For currency pairs involving the Japanese Yen and also for commodities such as gold and crude oil, the pip is in the 2nd decimal place.

The pip value is calculated by taking the price of a pip and multiplying it by the lot size and dividing that by the market price. This gives us an idea of how much money you will make or lose on each trade based on how much you are trading. Here is the formula;

**PIP value = (1 PIP x lot size) / exchange rate**

This is how to calculate the pip value for trading one lot on the EURUSD;

(0.0001 x 100,000) / 1.0500 = €9.52

As the base currency is in euro, the pip value is also expressed in euros. This can then be converted at the current EURUSD exchange rate to work out what the pip value would be in terms of US Dollars.Which would be;

€9.52 x 1.0500 = $10

You can convert this to any other rate of exchange

Let’s take a look at another example with a different lot size and currency pair.

This is how to calculate the pip value trading one micro lot on USDJPY

(0.01 x 1,000) / 130.00 = $0.08

The base currency in this example is the US Dollar, so the pip value is expressed in terms of US Dollars.

**Why choosing the correct lot size matters**

It’s important to choose an appropriate lot size when trading because it can mean the difference between risking too much or too little. The choice between small and large lots also has an impact on your profitability. When you trade small lot sizes, the risk will be small but so too will the rewards.

The lot size you choose is the amount of money you want to trade and this is directly related to the pip value. When you know this, it makes position sizing easier but there are a couple more variables in the equation that you must know to trade the correct lot size. These are, how much you are prepared to risk on the trade idea and how much adverse price movement you are prepared to accept before stopping the trade. When you know these, you can calculate the pip value and what lot size you should be trading.

Here is the formula to go about choosing the correct lot size.

**Amount to risk / risk in pips = pip value**

Let’s look at an example.

Let’s say that you want to risk $100 trading on the EURUSD and intend to put a stop loss 50 pips away from your entry price. Using the formula above, you can work out the pip value as follows.

Now that you know the pip value, you can work out the corresponding lot size. The lot size you should trade, should have a pip value of no more than $2 in order to not exceed the $100 risk So going by the table above, it would be 2 mini lots.

You could rearrange the pip value formula too, to work this out but there are easier and more convenient ways to do it. Such as remembering the pip value for standard, mini and micro lots, or using a pip value or lot size calculator.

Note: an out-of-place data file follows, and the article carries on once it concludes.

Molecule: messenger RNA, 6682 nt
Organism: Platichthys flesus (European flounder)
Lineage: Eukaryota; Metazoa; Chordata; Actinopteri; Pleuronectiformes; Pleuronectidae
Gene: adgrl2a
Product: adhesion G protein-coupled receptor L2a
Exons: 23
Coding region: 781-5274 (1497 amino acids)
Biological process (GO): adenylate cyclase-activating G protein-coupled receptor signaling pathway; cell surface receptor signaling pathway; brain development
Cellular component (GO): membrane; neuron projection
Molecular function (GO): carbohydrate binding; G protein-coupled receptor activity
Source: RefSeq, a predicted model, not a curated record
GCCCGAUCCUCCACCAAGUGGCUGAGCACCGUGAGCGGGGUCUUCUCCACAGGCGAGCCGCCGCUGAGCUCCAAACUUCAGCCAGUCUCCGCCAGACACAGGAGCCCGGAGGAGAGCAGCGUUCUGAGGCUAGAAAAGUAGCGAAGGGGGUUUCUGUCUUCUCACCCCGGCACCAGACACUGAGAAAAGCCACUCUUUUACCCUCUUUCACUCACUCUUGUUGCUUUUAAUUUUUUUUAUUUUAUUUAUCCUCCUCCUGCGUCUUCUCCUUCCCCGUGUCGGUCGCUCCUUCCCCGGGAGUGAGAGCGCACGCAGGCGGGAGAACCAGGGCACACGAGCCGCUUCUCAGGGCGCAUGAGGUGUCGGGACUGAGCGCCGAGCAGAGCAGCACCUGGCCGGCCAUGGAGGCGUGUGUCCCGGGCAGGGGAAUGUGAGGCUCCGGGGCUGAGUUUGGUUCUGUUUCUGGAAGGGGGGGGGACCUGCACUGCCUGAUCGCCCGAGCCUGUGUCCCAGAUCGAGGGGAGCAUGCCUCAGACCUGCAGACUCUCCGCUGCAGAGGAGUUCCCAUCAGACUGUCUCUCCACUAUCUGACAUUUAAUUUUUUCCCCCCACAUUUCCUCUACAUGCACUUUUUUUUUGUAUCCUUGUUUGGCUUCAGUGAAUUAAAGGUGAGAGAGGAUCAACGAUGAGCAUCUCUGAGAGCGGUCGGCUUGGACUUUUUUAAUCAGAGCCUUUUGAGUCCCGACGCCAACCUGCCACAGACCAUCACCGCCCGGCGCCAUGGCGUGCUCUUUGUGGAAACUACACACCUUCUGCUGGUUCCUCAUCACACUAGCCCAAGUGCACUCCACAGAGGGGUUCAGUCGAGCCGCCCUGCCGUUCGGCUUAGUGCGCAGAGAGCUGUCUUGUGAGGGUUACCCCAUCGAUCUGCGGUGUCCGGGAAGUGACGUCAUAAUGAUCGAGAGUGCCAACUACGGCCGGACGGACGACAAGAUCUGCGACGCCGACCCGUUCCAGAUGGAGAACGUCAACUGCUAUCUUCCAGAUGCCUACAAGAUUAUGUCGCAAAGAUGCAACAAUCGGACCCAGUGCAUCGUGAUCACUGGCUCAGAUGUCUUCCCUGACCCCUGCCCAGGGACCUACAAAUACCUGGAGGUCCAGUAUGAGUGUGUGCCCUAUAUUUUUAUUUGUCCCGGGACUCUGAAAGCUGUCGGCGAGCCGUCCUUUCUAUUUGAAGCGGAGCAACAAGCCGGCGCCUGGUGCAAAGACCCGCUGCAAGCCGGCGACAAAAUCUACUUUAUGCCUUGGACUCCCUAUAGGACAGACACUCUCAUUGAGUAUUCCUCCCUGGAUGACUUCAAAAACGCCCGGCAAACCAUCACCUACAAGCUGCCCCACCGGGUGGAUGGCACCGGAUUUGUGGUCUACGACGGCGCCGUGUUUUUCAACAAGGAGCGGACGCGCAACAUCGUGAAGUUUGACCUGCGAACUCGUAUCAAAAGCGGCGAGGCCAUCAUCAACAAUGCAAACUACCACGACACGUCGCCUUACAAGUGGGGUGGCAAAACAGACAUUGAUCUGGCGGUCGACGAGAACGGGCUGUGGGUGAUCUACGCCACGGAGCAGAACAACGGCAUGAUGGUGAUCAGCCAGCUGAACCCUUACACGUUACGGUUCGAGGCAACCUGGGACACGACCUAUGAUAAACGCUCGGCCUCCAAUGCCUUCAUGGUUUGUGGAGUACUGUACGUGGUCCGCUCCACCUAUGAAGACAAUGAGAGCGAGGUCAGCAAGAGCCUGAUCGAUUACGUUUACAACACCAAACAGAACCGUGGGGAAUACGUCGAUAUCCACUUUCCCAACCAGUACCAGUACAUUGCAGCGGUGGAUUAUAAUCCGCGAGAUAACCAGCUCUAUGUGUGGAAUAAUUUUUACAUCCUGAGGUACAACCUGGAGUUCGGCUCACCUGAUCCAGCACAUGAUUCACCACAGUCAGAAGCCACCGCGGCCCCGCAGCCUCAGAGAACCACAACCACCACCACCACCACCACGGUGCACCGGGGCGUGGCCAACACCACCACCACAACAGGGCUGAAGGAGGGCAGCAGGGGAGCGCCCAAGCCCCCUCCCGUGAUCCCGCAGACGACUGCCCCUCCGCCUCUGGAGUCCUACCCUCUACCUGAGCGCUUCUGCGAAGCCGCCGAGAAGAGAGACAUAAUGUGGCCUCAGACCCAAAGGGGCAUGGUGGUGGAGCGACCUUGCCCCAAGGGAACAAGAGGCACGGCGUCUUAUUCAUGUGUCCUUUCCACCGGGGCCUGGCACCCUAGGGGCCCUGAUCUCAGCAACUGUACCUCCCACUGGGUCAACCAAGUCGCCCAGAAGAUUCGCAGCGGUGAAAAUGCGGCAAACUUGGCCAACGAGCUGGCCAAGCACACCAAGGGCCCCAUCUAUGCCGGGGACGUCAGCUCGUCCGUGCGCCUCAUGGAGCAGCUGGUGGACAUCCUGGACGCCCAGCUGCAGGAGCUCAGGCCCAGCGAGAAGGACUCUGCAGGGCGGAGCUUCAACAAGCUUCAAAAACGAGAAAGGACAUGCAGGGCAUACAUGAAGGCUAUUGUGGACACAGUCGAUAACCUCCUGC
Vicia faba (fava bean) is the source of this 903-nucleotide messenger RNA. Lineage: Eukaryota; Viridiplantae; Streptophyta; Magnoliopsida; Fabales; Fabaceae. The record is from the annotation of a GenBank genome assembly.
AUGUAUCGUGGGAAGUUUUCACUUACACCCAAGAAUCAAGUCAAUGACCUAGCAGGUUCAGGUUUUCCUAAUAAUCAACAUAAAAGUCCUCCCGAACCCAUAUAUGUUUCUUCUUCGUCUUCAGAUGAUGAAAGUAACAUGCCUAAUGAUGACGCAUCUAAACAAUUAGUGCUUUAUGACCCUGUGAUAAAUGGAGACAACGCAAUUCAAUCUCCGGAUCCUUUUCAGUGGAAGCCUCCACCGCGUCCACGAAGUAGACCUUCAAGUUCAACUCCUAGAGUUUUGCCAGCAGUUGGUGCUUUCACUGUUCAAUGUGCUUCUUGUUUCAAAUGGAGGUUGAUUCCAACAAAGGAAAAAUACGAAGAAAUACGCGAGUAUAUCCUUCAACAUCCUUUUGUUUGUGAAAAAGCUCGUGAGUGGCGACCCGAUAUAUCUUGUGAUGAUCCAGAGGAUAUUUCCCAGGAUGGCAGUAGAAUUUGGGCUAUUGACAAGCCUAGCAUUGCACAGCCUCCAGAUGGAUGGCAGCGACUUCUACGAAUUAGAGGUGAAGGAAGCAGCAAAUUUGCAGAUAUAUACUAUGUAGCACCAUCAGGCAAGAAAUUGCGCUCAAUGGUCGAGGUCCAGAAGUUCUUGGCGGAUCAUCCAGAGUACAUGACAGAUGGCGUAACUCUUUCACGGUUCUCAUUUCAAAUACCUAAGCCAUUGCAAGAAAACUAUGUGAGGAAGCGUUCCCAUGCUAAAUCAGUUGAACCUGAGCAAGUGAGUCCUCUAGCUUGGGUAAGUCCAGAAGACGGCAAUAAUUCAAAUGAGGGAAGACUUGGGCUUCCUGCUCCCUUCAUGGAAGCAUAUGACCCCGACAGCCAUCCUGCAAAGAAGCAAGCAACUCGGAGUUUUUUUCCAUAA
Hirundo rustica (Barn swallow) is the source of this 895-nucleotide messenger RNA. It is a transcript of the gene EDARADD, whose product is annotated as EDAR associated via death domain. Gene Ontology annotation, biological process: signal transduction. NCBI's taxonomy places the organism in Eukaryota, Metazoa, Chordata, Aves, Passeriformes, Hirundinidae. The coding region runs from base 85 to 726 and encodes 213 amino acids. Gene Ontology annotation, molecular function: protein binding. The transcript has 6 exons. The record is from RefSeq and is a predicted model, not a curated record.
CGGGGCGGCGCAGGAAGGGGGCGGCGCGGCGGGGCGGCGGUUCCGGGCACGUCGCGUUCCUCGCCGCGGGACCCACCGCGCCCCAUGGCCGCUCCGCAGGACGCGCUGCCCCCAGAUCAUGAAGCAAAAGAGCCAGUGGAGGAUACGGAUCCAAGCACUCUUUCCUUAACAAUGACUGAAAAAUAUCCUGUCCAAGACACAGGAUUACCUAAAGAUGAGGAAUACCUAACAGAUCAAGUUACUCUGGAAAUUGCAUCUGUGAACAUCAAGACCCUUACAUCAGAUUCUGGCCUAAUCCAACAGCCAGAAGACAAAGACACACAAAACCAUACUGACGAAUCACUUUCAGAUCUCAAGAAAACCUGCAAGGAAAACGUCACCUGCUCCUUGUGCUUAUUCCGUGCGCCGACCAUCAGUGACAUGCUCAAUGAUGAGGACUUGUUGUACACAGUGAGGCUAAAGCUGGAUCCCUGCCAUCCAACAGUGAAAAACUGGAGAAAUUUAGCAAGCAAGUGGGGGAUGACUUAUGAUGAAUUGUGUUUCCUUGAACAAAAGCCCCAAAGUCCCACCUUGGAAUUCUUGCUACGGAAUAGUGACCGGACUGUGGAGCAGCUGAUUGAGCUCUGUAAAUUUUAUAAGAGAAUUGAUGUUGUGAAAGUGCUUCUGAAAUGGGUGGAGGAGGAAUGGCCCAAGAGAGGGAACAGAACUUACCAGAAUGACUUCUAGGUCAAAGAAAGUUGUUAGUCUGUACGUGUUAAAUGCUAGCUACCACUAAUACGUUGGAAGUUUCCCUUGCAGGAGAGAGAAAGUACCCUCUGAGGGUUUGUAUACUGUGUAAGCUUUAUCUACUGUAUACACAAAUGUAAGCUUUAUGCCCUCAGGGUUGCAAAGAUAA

**Forex PIP value and lot size calculator**

A pip value and lot size calculator can help you calculate what lot size you should be trading easily enough. As a beginner or if you are unsure, you can use this tool to better manage your risk when trading different instruments.

TIOmarkets provides a pip value calculator that allows you to select the instrument and lot size to automatically work out the pip value.

You can use this to ensure you are not trading too much or too little volume for any given trade idea.

**What is the biggest lot size you can trade in Forex?**

Forex provides practically unlimited opportunity and profit potential. The larger the lot size, the more you can potentially profit (or lose). However, there is a limit to the number of lots you can trade on the platform.

With TIOmarkets, you can trade up to 50 lots per trade and have up to 200 open or pending orders at any one time. In monetary terms, this is $5 million dollars per trade, and up to $1 billion in open positions. In case you are interested, the pip value for each would be $500 and $100,000 respectively.

**What is the minimum lot size you can trade?**

Most people don’t have the necessary capital to trade in such large amounts. So the limitations of the platform should be more than adequate for your trading needs. What is more common for the average trader is to gravitate towards standard, mini and micro lots.

The minimum amount you can trade with TIOmarkets is one micro lot, or $1,000. The pip value in such a case would only be about $0.10, so the risk is minimal.

**Conclusion**

Forex lot sizes are directly related to the pip value. The value per pip, multiplied by the distance the price moves determines how much you will profit or lose on your trade. Trading lot sizes that are too large or too small will have a direct impact on your profit or loss. This is why it is crucial to choose the correct lot size for your account size and tolerance to risk.

Now put your knowledge to the test, open a trading account to see how Forex lot sizes work in a simulated or real trading environment.